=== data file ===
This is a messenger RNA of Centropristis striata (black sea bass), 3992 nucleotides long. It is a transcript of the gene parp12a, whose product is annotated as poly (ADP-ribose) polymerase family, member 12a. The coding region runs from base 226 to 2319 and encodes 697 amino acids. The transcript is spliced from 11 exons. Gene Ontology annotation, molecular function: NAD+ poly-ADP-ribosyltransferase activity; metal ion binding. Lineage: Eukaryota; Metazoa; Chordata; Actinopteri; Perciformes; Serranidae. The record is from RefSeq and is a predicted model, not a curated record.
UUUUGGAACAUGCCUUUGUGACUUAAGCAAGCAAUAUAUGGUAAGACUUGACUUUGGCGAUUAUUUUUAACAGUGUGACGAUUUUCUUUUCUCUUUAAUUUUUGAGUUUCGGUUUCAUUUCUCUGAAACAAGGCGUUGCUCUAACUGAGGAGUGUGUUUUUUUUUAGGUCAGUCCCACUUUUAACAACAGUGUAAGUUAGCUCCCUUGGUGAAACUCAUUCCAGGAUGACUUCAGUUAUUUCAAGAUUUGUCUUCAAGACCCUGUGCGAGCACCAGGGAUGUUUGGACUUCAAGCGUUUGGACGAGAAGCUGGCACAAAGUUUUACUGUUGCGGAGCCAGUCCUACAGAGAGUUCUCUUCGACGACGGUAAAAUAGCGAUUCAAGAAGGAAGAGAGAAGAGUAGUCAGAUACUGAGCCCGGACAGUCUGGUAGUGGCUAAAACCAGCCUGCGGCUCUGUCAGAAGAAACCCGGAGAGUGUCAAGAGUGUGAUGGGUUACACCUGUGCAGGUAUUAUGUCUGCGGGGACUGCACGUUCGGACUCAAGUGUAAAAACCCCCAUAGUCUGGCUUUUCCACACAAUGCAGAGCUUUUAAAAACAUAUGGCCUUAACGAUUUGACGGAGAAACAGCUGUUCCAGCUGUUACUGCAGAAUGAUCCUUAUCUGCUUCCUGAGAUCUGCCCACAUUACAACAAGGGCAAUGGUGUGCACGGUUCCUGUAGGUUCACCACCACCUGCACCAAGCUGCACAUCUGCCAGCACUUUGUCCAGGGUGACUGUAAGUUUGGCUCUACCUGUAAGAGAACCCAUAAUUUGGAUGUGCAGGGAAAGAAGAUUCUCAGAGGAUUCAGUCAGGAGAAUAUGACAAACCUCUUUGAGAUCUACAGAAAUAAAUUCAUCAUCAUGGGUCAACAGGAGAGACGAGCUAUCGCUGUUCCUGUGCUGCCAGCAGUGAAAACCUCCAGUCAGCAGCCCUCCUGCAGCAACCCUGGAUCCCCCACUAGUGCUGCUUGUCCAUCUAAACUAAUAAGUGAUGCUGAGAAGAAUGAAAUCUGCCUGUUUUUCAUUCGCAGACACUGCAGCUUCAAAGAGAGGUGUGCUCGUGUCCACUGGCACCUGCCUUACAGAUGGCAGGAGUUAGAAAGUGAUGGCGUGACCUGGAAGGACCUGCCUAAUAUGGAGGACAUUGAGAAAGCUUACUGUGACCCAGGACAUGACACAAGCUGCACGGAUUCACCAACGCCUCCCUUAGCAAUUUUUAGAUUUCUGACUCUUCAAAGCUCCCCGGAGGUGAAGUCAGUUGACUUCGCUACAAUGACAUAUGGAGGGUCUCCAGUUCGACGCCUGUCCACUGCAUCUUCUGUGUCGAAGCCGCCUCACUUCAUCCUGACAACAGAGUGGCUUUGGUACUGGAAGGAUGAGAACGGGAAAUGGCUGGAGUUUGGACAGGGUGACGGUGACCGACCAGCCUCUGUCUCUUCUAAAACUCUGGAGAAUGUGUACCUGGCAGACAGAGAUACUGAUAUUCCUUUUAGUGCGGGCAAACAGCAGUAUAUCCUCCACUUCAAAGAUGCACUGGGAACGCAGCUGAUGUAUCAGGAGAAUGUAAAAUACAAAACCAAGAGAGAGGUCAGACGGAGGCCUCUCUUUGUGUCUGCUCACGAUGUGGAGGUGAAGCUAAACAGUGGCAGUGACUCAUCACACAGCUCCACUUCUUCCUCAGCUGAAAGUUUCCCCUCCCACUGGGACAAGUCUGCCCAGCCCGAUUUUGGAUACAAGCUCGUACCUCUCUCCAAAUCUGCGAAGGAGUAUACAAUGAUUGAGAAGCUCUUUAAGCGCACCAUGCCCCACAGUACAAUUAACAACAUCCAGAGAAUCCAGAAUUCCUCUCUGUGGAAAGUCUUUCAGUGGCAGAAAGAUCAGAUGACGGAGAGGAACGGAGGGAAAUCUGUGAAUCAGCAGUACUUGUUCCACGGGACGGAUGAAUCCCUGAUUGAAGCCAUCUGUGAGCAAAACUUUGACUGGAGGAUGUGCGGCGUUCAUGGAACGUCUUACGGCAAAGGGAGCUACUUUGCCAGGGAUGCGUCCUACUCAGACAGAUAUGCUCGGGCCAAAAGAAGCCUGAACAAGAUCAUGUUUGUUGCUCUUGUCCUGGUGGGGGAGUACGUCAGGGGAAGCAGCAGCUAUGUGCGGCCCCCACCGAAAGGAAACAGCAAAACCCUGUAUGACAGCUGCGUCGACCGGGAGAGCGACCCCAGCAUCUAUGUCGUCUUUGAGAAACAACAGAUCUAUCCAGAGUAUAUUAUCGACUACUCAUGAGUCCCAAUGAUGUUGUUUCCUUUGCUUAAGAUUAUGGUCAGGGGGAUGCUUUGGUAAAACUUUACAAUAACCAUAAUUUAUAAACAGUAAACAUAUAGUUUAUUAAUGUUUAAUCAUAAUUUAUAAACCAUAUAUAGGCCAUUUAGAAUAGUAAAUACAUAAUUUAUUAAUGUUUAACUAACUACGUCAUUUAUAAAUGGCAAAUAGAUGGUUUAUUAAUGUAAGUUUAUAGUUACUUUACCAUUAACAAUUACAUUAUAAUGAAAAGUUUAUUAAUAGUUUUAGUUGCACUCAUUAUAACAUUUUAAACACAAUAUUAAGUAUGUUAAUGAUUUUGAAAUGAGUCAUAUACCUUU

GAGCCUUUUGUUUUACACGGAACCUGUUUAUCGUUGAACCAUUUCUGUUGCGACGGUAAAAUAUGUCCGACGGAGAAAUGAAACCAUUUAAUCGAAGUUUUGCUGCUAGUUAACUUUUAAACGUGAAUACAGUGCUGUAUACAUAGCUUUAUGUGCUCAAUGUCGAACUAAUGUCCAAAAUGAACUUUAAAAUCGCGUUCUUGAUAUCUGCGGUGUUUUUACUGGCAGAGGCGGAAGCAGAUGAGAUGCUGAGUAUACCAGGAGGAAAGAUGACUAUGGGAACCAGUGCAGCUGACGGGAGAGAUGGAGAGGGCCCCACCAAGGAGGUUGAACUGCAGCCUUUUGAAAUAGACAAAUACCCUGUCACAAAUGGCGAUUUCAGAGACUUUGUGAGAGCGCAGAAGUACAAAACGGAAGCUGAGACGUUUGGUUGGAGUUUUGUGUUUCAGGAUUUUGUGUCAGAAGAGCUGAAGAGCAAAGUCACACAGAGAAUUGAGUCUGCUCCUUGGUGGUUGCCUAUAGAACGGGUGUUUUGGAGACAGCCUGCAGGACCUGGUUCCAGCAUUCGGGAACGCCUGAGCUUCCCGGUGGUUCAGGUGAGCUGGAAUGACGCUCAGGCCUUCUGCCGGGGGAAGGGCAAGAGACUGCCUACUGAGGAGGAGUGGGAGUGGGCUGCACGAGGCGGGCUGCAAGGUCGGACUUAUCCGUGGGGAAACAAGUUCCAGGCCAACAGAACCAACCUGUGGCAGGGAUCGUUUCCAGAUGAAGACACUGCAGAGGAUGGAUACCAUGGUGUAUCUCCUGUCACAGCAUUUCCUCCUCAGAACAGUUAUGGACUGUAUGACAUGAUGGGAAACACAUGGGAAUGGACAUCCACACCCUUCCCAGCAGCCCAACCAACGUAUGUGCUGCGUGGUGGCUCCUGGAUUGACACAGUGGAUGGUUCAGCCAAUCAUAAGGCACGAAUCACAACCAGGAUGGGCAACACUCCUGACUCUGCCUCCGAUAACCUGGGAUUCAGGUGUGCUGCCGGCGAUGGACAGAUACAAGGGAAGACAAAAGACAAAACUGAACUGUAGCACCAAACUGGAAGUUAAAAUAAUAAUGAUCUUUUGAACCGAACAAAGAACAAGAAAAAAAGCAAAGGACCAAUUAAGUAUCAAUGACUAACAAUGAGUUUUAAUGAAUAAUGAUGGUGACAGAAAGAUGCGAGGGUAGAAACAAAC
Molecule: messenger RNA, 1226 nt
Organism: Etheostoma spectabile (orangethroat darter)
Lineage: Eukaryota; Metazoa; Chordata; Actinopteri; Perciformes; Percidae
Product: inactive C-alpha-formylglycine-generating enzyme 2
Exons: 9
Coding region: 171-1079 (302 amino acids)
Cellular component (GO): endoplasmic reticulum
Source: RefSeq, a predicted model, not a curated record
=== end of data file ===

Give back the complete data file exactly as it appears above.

This is a messenger RNA of Centropristis striata (black sea bass), 3992 nucleotides long. It is a transcript of the gene parp12a, whose product is annotated as poly (ADP-ribose) polymerase family, member 12a. The coding region runs from base 226 to 2319 and encodes 697 amino acids. The transcript is spliced from 11 exons. Gene Ontology annotation, molecular function: NAD+ poly-ADP-ribosyltransferase activity; metal ion binding. Lineage: Eukaryota; Metazoa; Chordata; Actinopteri; Perciformes; Serranidae. The record is from RefSeq and is a predicted model, not a curated record.
UUUUGGAACAUGCCUUUGUGACUUAAGCAAGCAAUAUAUGGUAAGACUUGACUUUGGCGAUUAUUUUUAACAGUGUGACGAUUUUCUUUUCUCUUUAAUUUUUGAGUUUCGGUUUCAUUUCUCUGAAACAAGGCGUUGCUCUAACUGAGGAGUGUGUUUUUUUUUAGGUCAGUCCCACUUUUAACAACAGUGUAAGUUAGCUCCCUUGGUGAAACUCAUUCCAGGAUGACUUCAGUUAUUUCAAGAUUUGUCUUCAAGACCCUGUGCGAGCACCAGGGAUGUUUGGACUUCAAGCGUUUGGACGAGAAGCUGGCACAAAGUUUUACUGUUGCGGAGCCAGUCCUACAGAGAGUUCUCUUCGACGACGGUAAAAUAGCGAUUCAAGAAGGAAGAGAGAAGAGUAGUCAGAUACUGAGCCCGGACAGUCUGGUAGUGGCUAAAACCAGCCUGCGGCUCUGUCAGAAGAAACCCGGAGAGUGUCAAGAGUGUGAUGGGUUACACCUGUGCAGGUAUUAUGUCUGCGGGGACUGCACGUUCGGACUCAAGUGUAAAAACCCCCAUAGUCUGGCUUUUCCACACAAUGCAGAGCUUUUAAAAACAUAUGGCCUUAACGAUUUGACGGAGAAACAGCUGUUCCAGCUGUUACUGCAGAAUGAUCCUUAUCUGCUUCCUGAGAUCUGCCCACAUUACAACAAGGGCAAUGGUGUGCACGGUUCCUGUAGGUUCACCACCACCUGCACCAAGCUGCACAUCUGCCAGCACUUUGUCCAGGGUGACUGUAAGUUUGGCUCUACCUGUAAGAGAACCCAUAAUUUGGAUGUGCAGGGAAAGAAGAUUCUCAGAGGAUUCAGUCAGGAGAAUAUGACAAACCUCUUUGAGAUCUACAGAAAUAAAUUCAUCAUCAUGGGUCAACAGGAGAGACGAGCUAUCGCUGUUCCUGUGCUGCCAGCAGUGAAAACCUCCAGUCAGCAGCCCUCCUGCAGCAACCCUGGAUCCCCCACUAGUGCUGCUUGUCCAUCUAAACUAAUAAGUGAUGCUGAGAAGAAUGAAAUCUGCCUGUUUUUCAUUCGCAGACACUGCAGCUUCAAAGAGAGGUGUGCUCGUGUCCACUGGCACCUGCCUUACAGAUGGCAGGAGUUAGAAAGUGAUGGCGUGACCUGGAAGGACCUGCCUAAUAUGGAGGACAUUGAGAAAGCUUACUGUGACCCAGGACAUGACACAAGCUGCACGGAUUCACCAACGCCUCCCUUAGCAAUUUUUAGAUUUCUGACUCUUCAAAGCUCCCCGGAGGUGAAGUCAGUUGACUUCGCUACAAUGACAUAUGGAGGGUCUCCAGUUCGACGCCUGUCCACUGCAUCUUCUGUGUCGAAGCCGCCUCACUUCAUCCUGACAACAGAGUGGCUUUGGUACUGGAAGGAUGAGAACGGGAAAUGGCUGGAGUUUGGACAGGGUGACGGUGACCGACCAGCCUCUGUCUCUUCUAAAACUCUGGAGAAUGUGUACCUGGCAGACAGAGAUACUGAUAUUCCUUUUAGUGCGGGCAAACAGCAGUAUAUCCUCCACUUCAAAGAUGCACUGGGAACGCAGCUGAUGUAUCAGGAGAAUGUAAAAUACAAAACCAAGAGAGAGGUCAGACGGAGGCCUCUCUUUGUGUCUGCUCACGAUGUGGAGGUGAAGCUAAACAGUGGCAGUGACUCAUCACACAGCUCCACUUCUUCCUCAGCUGAAAGUUUCCCCUCCCACUGGGACAAGUCUGCCCAGCCCGAUUUUGGAUACAAGCUCGUACCUCUCUCCAAAUCUGCGAAGGAGUAUACAAUGAUUGAGAAGCUCUUUAAGCGCACCAUGCCCCACAGUACAAUUAACAACAUCCAGAGAAUCCAGAAUUCCUCUCUGUGGAAAGUCUUUCAGUGGCAGAAAGAUCAGAUGACGGAGAGGAACGGAGGGAAAUCUGUGAAUCAGCAGUACUUGUUCCACGGGACGGAUGAAUCCCUGAUUGAAGCCAUCUGUGAGCAAAACUUUGACUGGAGGAUGUGCGGCGUUCAUGGAACGUCUUACGGCAAAGGGAGCUACUUUGCCAGGGAUGCGUCCUACUCAGACAGAUAUGCUCGGGCCAAAAGAAGCCUGAACAAGAUCAUGUUUGUUGCUCUUGUCCUGGUGGGGGAGUACGUCAGGGGAAGCAGCAGCUAUGUGCGGCCCCCACCGAAAGGAAACAGCAAAACCCUGUAUGACAGCUGCGUCGACCGGGAGAGCGACCCCAGCAUCUAUGUCGUCUUUGAGAAACAACAGAUCUAUCCAGAGUAUAUUAUCGACUACUCAUGAGUCCCAAUGAUGUUGUUUCCUUUGCUUAAGAUUAUGGUCAGGGGGAUGCUUUGGUAAAACUUUACAAUAACCAUAAUUUAUAAACAGUAAACAUAUAGUUUAUUAAUGUUUAAUCAUAAUUUAUAAACCAUAUAUAGGCCAUUUAGAAUAGUAAAUACAUAAUUUAUUAAUGUUUAACUAACUACGUCAUUUAUAAAUGGCAAAUAGAUGGUUUAUUAAUGUAAGUUUAUAGUUACUUUACCAUUAACAAUUACAUUAUAAUGAAAAGUUUAUUAAUAGUUUUAGUUGCACUCAUUAUAACAUUUUAAACACAAUAUUAAGUAUGUUAAUGAUUUUGAAAUGAGUCAUAUACCUUU

GAGCCUUUUGUUUUACACGGAACCUGUUUAUCGUUGAACCAUUUCUGUUGCGACGGUAAAAUAUGUCCGACGGAGAAAUGAAACCAUUUAAUCGAAGUUUUGCUGCUAGUUAACUUUUAAACGUGAAUACAGUGCUGUAUACAUAGCUUUAUGUGCUCAAUGUCGAACUAAUGUCCAAAAUGAACUUUAAAAUCGCGUUCUUGAUAUCUGCGGUGUUUUUACUGGCAGAGGCGGAAGCAGAUGAGAUGCUGAGUAUACCAGGAGGAAAGAUGACUAUGGGAACCAGUGCAGCUGACGGGAGAGAUGGAGAGGGCCCCACCAAGGAGGUUGAACUGCAGCCUUUUGAAAUAGACAAAUACCCUGUCACAAAUGGCGAUUUCAGAGACUUUGUGAGAGCGCAGAAGUACAAAACGGAAGCUGAGACGUUUGGUUGGAGUUUUGUGUUUCAGGAUUUUGUGUCAGAAGAGCUGAAGAGCAAAGUCACACAGAGAAUUGAGUCUGCUCCUUGGUGGUUGCCUAUAGAACGGGUGUUUUGGAGACAGCCUGCAGGACCUGGUUCCAGCAUUCGGGAACGCCUGAGCUUCCCGGUGGUUCAGGUGAGCUGGAAUGACGCUCAGGCCUUCUGCCGGGGGAAGGGCAAGAGACUGCCUACUGAGGAGGAGUGGGAGUGGGCUGCACGAGGCGGGCUGCAAGGUCGGACUUAUCCGUGGGGAAACAAGUUCCAGGCCAACAGAACCAACCUGUGGCAGGGAUCGUUUCCAGAUGAAGACACUGCAGAGGAUGGAUACCAUGGUGUAUCUCCUGUCACAGCAUUUCCUCCUCAGAACAGUUAUGGACUGUAUGACAUGAUGGGAAACACAUGGGAAUGGACAUCCACACCCUUCCCAGCAGCCCAACCAACGUAUGUGCUGCGUGGUGGCUCCUGGAUUGACACAGUGGAUGGUUCAGCCAAUCAUAAGGCACGAAUCACAACCAGGAUGGGCAACACUCCUGACUCUGCCUCCGAUAACCUGGGAUUCAGGUGUGCUGCCGGCGAUGGACAGAUACAAGGGAAGACAAAAGACAAAACUGAACUGUAGCACCAAACUGGAAGUUAAAAUAAUAAUGAUCUUUUGAACCGAACAAAGAACAAGAAAAAAAGCAAAGGACCAAUUAAGUAUCAAUGACUAACAAUGAGUUUUAAUGAAUAAUGAUGGUGACAGAAAGAUGCGAGGGUAGAAACAAAC
Molecule: messenger RNA, 1226 nt
Organism: Etheostoma spectabile (orangethroat darter)
Lineage: Eukaryota; Metazoa; Chordata; Actinopteri; Perciformes; Percidae
Product: inactive C-alpha-formylglycine-generating enzyme 2
Exons: 9
Coding region: 171-1079 (302 amino acids)
Cellular component (GO): endoplasmic reticulum
Source: RefSeq, a predicted model, not a curated record